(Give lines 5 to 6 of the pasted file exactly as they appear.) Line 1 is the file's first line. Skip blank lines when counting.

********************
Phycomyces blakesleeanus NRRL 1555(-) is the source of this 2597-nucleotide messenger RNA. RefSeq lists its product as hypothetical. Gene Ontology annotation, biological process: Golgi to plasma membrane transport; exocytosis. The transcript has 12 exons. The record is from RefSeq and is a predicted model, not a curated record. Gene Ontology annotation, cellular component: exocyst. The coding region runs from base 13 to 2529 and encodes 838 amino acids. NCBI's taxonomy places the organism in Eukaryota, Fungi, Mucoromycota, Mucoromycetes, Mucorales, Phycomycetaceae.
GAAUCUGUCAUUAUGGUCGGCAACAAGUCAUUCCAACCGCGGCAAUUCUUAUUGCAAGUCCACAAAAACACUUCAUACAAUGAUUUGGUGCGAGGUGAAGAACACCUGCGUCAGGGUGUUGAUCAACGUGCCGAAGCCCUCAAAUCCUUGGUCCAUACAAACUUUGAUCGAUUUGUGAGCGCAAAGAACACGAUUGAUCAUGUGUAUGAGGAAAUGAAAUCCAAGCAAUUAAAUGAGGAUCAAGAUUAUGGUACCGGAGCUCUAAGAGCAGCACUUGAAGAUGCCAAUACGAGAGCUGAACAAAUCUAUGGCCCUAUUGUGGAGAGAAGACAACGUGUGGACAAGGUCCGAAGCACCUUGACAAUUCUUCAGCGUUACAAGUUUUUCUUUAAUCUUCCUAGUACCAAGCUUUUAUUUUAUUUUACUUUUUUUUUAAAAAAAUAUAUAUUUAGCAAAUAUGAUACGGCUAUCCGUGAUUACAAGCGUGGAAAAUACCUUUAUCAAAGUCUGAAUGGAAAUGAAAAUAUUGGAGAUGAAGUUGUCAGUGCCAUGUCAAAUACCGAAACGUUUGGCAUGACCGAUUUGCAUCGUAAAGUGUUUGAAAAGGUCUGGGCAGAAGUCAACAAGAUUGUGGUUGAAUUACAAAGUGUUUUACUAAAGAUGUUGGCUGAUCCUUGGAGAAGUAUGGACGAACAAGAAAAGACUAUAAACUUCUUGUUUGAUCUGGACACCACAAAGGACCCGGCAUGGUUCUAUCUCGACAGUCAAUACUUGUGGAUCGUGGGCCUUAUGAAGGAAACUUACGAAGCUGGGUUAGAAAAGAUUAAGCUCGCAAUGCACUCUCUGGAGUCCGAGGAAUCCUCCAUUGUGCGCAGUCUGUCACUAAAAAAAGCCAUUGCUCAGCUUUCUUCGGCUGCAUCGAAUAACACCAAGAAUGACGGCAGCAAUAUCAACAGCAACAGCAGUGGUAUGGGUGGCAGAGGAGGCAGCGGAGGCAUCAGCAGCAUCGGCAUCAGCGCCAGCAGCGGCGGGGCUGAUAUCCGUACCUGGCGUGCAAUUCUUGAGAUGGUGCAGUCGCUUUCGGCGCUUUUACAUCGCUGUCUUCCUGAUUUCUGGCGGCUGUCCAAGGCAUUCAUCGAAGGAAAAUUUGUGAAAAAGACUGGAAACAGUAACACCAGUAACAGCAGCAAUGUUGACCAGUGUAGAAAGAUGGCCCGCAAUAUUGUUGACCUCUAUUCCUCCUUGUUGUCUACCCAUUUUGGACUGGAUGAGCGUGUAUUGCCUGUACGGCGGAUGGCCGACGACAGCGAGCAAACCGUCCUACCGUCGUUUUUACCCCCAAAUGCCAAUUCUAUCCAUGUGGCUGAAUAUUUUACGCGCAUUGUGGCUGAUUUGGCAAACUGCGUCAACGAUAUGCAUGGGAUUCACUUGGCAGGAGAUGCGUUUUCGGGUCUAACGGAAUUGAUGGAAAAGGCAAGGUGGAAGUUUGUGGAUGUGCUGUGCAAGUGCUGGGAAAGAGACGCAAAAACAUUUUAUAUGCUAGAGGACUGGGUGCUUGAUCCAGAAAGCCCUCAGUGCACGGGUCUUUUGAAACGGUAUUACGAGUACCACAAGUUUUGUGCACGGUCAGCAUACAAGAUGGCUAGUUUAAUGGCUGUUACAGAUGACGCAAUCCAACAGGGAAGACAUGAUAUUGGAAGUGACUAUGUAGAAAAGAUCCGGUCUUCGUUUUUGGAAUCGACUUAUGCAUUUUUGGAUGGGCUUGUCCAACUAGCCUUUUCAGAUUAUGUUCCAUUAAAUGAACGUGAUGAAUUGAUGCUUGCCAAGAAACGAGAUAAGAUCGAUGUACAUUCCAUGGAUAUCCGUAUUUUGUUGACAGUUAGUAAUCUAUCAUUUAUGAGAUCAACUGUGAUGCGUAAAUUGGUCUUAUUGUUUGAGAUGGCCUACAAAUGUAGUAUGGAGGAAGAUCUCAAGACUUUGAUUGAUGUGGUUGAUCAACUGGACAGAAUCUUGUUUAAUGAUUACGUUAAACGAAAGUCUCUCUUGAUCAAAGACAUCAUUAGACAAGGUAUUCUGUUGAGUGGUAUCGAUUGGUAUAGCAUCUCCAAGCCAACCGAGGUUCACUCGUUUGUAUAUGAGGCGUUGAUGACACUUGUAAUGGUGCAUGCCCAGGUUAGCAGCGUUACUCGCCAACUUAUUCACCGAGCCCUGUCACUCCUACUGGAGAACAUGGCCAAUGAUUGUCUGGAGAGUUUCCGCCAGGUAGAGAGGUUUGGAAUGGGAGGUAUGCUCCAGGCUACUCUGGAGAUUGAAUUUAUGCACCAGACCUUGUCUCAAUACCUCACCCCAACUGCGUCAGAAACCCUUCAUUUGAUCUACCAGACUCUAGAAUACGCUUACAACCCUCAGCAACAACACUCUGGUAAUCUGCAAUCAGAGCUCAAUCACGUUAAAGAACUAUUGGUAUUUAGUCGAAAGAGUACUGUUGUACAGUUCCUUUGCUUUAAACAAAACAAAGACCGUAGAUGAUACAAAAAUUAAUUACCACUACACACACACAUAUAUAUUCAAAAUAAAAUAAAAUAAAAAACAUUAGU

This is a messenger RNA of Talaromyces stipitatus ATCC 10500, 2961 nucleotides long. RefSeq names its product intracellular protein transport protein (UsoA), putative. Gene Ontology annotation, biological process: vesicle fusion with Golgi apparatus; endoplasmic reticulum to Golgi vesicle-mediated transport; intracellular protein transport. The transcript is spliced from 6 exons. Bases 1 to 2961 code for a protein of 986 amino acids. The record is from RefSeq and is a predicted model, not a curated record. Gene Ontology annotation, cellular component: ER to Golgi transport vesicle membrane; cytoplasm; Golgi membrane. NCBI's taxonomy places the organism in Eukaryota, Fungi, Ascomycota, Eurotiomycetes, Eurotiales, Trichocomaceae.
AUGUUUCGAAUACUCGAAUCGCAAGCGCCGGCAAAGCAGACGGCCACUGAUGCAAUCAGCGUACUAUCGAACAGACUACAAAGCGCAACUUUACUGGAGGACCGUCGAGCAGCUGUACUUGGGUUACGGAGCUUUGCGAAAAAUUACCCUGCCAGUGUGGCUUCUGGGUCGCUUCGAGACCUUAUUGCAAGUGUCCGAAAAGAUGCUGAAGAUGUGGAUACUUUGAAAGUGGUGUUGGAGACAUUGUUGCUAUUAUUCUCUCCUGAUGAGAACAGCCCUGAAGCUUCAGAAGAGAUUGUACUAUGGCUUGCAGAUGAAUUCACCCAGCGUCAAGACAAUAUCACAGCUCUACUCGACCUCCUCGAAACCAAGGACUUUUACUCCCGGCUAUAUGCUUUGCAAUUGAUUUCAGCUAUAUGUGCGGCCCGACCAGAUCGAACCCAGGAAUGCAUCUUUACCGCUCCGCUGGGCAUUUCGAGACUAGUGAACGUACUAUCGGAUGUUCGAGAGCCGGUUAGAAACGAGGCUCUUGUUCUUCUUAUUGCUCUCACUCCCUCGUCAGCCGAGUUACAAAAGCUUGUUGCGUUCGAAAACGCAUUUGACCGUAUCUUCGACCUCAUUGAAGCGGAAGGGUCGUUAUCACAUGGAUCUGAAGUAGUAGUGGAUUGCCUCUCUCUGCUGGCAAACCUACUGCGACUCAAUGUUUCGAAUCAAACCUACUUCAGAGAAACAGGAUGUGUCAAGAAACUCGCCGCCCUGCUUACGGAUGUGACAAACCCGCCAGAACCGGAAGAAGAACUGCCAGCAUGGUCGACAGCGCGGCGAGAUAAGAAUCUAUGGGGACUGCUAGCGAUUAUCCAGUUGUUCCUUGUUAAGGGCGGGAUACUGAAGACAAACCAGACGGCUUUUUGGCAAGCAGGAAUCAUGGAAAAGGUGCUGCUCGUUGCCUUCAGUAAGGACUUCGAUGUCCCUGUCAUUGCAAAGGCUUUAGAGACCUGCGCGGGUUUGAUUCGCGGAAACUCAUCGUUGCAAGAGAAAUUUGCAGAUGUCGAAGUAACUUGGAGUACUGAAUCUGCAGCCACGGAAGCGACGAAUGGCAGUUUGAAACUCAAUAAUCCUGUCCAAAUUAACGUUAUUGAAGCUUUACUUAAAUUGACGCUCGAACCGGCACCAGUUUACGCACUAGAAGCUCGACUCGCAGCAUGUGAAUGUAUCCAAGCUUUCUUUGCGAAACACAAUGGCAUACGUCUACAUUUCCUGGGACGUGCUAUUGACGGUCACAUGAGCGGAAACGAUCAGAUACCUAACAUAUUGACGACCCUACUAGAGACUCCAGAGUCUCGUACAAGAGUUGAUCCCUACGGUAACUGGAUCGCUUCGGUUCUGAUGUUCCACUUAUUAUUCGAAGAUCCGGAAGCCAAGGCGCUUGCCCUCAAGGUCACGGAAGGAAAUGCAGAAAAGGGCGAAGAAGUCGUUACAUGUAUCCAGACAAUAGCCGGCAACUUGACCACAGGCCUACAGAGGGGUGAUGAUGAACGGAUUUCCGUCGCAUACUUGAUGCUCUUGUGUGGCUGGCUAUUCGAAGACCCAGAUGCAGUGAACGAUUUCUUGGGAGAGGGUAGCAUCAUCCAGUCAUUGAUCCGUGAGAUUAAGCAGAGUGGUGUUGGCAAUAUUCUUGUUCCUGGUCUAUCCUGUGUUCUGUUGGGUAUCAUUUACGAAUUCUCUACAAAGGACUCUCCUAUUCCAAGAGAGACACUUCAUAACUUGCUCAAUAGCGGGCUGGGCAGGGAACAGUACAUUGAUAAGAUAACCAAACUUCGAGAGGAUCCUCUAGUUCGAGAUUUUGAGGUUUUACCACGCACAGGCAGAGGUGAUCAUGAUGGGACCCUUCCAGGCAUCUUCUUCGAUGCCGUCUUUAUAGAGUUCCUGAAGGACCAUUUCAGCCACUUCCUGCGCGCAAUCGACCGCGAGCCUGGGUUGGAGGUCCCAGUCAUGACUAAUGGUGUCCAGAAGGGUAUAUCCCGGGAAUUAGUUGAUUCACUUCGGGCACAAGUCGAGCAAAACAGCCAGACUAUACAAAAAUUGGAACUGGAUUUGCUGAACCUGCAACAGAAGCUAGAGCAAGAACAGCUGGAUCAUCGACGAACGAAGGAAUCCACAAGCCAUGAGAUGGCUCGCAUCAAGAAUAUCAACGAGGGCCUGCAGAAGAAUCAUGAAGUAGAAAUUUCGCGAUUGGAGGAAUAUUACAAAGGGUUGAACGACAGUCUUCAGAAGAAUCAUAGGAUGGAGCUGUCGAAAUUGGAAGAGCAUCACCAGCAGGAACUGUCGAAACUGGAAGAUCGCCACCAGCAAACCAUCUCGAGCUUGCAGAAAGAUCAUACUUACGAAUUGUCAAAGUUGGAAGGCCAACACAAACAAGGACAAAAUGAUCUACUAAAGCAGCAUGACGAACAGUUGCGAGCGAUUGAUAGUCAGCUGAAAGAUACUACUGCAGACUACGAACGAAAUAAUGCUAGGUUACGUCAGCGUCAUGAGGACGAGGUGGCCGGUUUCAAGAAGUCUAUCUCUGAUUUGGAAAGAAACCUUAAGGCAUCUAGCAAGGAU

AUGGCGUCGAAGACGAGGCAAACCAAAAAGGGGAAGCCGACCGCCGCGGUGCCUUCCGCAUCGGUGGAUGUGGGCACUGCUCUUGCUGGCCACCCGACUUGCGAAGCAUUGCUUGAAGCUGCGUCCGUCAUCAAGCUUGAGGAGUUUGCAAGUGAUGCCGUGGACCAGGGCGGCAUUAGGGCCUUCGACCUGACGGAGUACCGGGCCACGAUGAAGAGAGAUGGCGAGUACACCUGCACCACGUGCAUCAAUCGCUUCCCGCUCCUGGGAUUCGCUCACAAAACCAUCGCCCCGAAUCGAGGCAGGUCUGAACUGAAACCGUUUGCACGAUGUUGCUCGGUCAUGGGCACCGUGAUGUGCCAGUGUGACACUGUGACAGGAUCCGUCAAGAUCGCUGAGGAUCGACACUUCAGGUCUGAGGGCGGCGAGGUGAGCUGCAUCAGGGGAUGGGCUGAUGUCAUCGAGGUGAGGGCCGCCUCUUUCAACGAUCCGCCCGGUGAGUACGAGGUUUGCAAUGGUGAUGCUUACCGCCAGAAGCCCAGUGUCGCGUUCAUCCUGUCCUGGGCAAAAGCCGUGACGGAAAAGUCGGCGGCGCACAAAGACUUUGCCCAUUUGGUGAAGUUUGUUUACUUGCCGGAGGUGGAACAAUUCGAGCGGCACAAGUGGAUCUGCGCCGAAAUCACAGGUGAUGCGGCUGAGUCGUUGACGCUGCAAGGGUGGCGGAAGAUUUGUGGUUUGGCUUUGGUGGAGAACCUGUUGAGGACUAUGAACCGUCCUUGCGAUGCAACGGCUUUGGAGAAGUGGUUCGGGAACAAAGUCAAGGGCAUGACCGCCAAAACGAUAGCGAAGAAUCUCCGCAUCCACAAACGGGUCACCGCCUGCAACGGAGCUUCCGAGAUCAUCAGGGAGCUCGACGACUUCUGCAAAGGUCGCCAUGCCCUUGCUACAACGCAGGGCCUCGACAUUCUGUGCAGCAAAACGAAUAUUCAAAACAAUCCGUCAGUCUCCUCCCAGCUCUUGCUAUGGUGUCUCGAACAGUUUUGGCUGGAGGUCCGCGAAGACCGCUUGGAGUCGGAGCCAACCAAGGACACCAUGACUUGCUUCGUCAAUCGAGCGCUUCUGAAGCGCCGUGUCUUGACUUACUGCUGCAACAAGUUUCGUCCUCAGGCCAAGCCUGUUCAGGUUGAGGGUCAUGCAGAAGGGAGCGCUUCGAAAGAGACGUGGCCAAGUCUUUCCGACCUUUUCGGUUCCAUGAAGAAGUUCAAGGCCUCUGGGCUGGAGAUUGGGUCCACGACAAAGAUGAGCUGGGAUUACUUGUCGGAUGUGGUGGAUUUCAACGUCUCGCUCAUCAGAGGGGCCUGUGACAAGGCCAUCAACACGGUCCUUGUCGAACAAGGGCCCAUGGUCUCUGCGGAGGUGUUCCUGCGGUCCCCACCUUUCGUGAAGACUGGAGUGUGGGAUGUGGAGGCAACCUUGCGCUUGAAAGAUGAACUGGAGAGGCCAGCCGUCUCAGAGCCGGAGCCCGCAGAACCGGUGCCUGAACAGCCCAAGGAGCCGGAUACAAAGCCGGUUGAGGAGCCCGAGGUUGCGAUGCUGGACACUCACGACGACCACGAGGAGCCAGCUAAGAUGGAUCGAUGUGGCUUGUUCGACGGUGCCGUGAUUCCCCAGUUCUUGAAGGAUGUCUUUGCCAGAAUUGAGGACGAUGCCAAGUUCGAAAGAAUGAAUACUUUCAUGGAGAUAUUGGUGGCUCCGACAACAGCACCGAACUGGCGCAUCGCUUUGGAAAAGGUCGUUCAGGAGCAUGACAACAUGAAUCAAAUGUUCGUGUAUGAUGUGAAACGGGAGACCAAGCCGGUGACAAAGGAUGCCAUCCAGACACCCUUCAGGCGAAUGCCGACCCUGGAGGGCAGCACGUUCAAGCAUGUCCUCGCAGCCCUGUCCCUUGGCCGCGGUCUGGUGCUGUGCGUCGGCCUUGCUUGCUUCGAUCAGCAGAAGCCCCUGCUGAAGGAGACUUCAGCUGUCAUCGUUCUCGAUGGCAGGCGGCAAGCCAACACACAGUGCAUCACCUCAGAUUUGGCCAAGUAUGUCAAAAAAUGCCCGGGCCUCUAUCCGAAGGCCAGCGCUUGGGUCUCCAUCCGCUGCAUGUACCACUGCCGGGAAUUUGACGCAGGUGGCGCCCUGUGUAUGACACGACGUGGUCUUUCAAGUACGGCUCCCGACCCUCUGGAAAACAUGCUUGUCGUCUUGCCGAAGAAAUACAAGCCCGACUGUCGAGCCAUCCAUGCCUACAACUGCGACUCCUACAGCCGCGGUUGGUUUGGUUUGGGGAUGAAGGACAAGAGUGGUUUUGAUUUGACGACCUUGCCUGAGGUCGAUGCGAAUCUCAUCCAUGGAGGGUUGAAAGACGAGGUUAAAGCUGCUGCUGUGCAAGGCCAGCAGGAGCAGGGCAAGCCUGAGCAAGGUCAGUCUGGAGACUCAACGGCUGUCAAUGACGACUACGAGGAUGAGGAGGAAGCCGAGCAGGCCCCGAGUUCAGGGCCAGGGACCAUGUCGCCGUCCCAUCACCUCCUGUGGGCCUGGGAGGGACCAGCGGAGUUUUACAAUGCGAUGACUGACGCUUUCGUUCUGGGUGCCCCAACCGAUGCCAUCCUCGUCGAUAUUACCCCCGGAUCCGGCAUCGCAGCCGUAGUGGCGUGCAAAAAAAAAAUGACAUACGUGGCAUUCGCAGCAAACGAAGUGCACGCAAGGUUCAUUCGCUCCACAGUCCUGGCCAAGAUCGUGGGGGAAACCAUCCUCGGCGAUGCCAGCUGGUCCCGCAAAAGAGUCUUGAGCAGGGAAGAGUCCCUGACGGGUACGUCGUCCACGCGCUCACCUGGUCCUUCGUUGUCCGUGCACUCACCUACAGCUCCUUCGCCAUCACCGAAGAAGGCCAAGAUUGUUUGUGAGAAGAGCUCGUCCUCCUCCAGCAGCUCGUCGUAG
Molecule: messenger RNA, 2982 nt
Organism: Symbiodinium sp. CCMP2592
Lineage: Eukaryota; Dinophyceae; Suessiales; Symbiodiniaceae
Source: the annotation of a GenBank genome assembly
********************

AUGGCGUCGAAGACGAGGCAAACCAAAAAGGGGAAGCCGACCGCCGCGGUGCCUUCCGCAUCGGUGGAUGUGGGCACUGCUCUUGCUGGCCACCCGACUUGCGAAGCAUUGCUUGAAGCUGCGUCCGUCAUCAAGCUUGAGGAGUUUGCAAGUGAUGCCGUGGACCAGGGCGGCAUUAGGGCCUUCGACCUGACGGAGUACCGGGCCACGAUGAAGAGAGAUGGCGAGUACACCUGCACCACGUGCAUCAAUCGCUUCCCGCUCCUGGGAUUCGCUCACAAAACCAUCGCCCCGAAUCGAGGCAGGUCUGAACUGAAACCGUUUGCACGAUGUUGCUCGGUCAUGGGCACCGUGAUGUGCCAGUGUGACACUGUGACAGGAUCCGUCAAGAUCGCUGAGGAUCGACACUUCAGGUCUGAGGGCGGCGAGGUGAGCUGCAUCAGGGGAUGGGCUGAUGUCAUCGAGGUGAGGGCCGCCUCUUUCAACGAUCCGCCCGGUGAGUACGAGGUUUGCAAUGGUGAUGCUUACCGCCAGAAGCCCAGUGUCGCGUUCAUCCUGUCCUGGGCAAAAGCCGUGACGGAAAAGUCGGCGGCGCACAAAGACUUUGCCCAUUUGGUGAAGUUUGUUUACUUGCCGGAGGUGGAACAAUUCGAGCGGCACAAGUGGAUCUGCGCCGAAAUCACAGGUGAUGCGGCUGAGUCGUUGACGCUGCAAGGGUGGCGGAAGAUUUGUGGUUUGGCUUUGGUGGAGAACCUGUUGAGGACUAUGAACCGUCCUUGCGAUGCAACGGCUUUGGAGAAGUGGUUCGGGAACAAAGUCAAGGGCAUGACCGCCAAAACGAUAGCGAAGAAUCUCCGCAUCCACAAACGGGUCACCGCCUGCAACGGAGCUUCCGAGAUCAUCAGGGAGCUCGACGACUUCUGCAAAGGUCGCCAUGCCCUUGCUACAACGCAGGGCCUCGACAUUCUGUGCAGCAAAACGAAUAUUCAAAACAAUCCGUCAGUCUCCUCCCAGCUCUUGCUAUGGUGUCUCGAACAGUUUUGGCUGGAGGUCCGCGAAGACCGCUUGGAGUCGGAGCCAACCAAGGACACCAUGACUUGCUUCGUCAAUCGAGCGCUUCUGAAGCGCCGUGUCUUGACUUACUGCUGCAACAAGUUUCGUCCUCAGGCCAAGCCUGUUCAGGUUGAGGGUCAUGCAGAAGGGAGCGCUUCGAAAGAGACGUGGCCAAGUCUUUCCGACCUUUUCGGUUCCAUGAAGAAGUUCAAGGCCUCUGGGCUGGAGAUUGGGUCCACGACAAAGAUGAGCUGGGAUUACUUGUCGGAUGUGGUGGAUUUCAACGUCUCGCUCAUCAGAGGGGCCUGUGACAAGGCCAUCAACACGGUCCUUGUCGAACAAGGGCCCAUGGUCUCUGCGGAGGUGUUCCUGCGGUCCCCACCUUUCGUGAAGACUGGAGUGUGGGAUGUGGAGGCAACCUUGCGCUUGAAAGAUGAACUGGAGAGGCCAGCCGUCUCAGAGCCGGAGCCCGCAGAACCGGUGCCUGAACAGCCCAAGGAGCCGGAUACAAAGCCGGUUGAGGAGCCCGAGGUUGCGAUGCUGGACACUCACGACGACCACGAGGAGCCAGCUAAGAUGGAUCGAUGUGGCUUGUUCGACGGUGCCGUGAUUCCCCAGUUCUUGAAGGAUGUCUUUGCCAGAAUUGAGGACGAUGCCAAGUUCGAAAGAAUGAAUACUUUCAUGGAGAUAUUGGUGGCUCCGACAACAGCACCGAACUGGCGCAUCGCUUUGGAAAAGGUCGUUCAGGAGCAUGACAACAUGAAUCAAAUGUUCGUGUAUGAUGUGAAACGGGAGACCAAGCCGGUGACAAAGGAUGCCAUCCAGACACCCUUCAGGCGAAUGCCGACCCUGGAGGGCAGCACGUUCAAGCAUGUCCUCGCAGCCCUGUCCCUUGGCCGCGGUCUGGUGCUGUGCGUCGGCCUUGCUUGCUUCGAUCAGCAGAAGCCCCUGCUGAAGGAGACUUCAGCUGUCAUCGUUCUCGAUGGCAGGCGGCAAGCCAACACACAGUGCAUCACCUCAGAUUUGGCCAAGUAUGUCAAAAAAUGCCCGGGCCUCUAUCCGAAGGCCAGCGCUUGGGUCUCCAUCCGCUGCAUGUACCACUGCCGGGAAUUUGACGCAGGUGGCGCCCUGUGUAUGACACGACGUGGUCUUUCAAGUACGGCUCCCGACCCUCUGGAAAACAUGCUUGUCGUCUUGCCGAAGAAAUACAAGCCCGACUGUCGAGCCAUCCAUGCCUACAACUGCGACUCCUACAGCCGCGGUUGGUUUGGUUUGGGGAUGAAGGACAAGAGUGGUUUUGAUUUGACGACCUUGCCUGAGGUCGAUGCGAAUCUCAUCCAUGGAGGGUUGAAAGACGAGGUUAAAGCUGCUGCUGUGCAAGGCCAGCAGGAGCAGGGCAAGCCUGAGCAAGGUCAGUCUGGAGACUCAACGGCUGUCAAUGACGACUACGAGGAUGAGGAGGAAGCCGAGCAGGCCCCGAGUUCAGGGCCAGGGACCAUGUCGCCGUCCCAUCACCUCCUGUGGGCCUGGGAGGGACCAGCGGAGUUUUACAAUGCGAUGACUGACGCUUUCGUUCUGGGUGCCCCAACCGAUGCCAUCCUCGUCGAUAUUACCCCCGGAUCCGGCAUCGCAGCCGUAGUGGCGUGCAAAAAAAAAAUGACAUACGUGGCAUUCGCAGCAAACGAAGUGCACGCAAGGUUCAUUCGCUCCACAGUCCUGGCCAAGAUCGUGGGGGAAACCAUCCUCGGCGAUGCCAGCUGGUCCCGCAAAAGAGUCUUGAGCAGGGAAGAGUCCCUGACGGGUACGUCGUCCACGCGCUCACCUGGUCCUUCGUUGUCCGUGCACUCACCUACAGCUCCUUCGCCAUCACCGAAGAAGGCCAAGAUUGUUUGUGAGAAGAGCUCGUCCUCCUCCAGCAGCUCGUCGUAG
Molecule: messenger RNA, 2982 nt